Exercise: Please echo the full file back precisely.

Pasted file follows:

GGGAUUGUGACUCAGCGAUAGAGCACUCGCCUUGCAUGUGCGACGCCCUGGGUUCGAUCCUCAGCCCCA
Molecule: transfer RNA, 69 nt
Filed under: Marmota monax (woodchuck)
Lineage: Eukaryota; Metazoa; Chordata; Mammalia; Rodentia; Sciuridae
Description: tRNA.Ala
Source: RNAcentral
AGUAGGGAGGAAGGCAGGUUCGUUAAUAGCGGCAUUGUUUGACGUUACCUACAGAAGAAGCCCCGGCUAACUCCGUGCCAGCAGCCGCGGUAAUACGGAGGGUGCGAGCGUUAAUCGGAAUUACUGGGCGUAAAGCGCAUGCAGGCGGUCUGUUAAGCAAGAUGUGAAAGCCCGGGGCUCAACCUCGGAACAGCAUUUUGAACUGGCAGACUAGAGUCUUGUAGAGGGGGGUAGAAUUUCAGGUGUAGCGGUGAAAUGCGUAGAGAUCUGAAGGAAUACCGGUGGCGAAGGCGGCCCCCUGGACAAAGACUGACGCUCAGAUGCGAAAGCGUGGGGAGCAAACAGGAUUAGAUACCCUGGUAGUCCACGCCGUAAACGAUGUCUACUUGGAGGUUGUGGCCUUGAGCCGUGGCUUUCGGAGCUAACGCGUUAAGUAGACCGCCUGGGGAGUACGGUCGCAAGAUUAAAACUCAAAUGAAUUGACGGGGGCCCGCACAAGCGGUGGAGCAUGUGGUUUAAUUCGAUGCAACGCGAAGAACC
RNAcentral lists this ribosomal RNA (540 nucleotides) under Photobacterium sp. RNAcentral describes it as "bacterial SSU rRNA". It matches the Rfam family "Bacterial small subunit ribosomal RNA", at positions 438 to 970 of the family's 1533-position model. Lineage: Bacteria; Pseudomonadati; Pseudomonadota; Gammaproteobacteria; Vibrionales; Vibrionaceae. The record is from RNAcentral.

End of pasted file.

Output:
GGGAUUGUGACUCAGCGAUAGAGCACUCGCCUUGCAUGUGCGACGCCCUGGGUUCGAUCCUCAGCCCCA
Molecule: transfer RNA, 69 nt
Filed under: Marmota monax (woodchuck)
Lineage: Eukaryota; Metazoa; Chordata; Mammalia; Rodentia; Sciuridae
Description: tRNA.Ala
Source: RNAcentral
AGUAGGGAGGAAGGCAGGUUCGUUAAUAGCGGCAUUGUUUGACGUUACCUACAGAAGAAGCCCCGGCUAACUCCGUGCCAGCAGCCGCGGUAAUACGGAGGGUGCGAGCGUUAAUCGGAAUUACUGGGCGUAAAGCGCAUGCAGGCGGUCUGUUAAGCAAGAUGUGAAAGCCCGGGGCUCAACCUCGGAACAGCAUUUUGAACUGGCAGACUAGAGUCUUGUAGAGGGGGGUAGAAUUUCAGGUGUAGCGGUGAAAUGCGUAGAGAUCUGAAGGAAUACCGGUGGCGAAGGCGGCCCCCUGGACAAAGACUGACGCUCAGAUGCGAAAGCGUGGGGAGCAAACAGGAUUAGAUACCCUGGUAGUCCACGCCGUAAACGAUGUCUACUUGGAGGUUGUGGCCUUGAGCCGUGGCUUUCGGAGCUAACGCGUUAAGUAGACCGCCUGGGGAGUACGGUCGCAAGAUUAAAACUCAAAUGAAUUGACGGGGGCCCGCACAAGCGGUGGAGCAUGUGGUUUAAUUCGAUGCAACGCGAAGAACC
RNAcentral lists this ribosomal RNA (540 nucleotides) under Photobacterium sp. RNAcentral describes it as "bacterial SSU rRNA". It matches the Rfam family "Bacterial small subunit ribosomal RNA", at positions 438 to 970 of the family's 1533-position model. Lineage: Bacteria; Pseudomonadati; Pseudomonadota; Gammaproteobacteria; Vibrionales; Vibrionaceae. The record is from RNAcentral.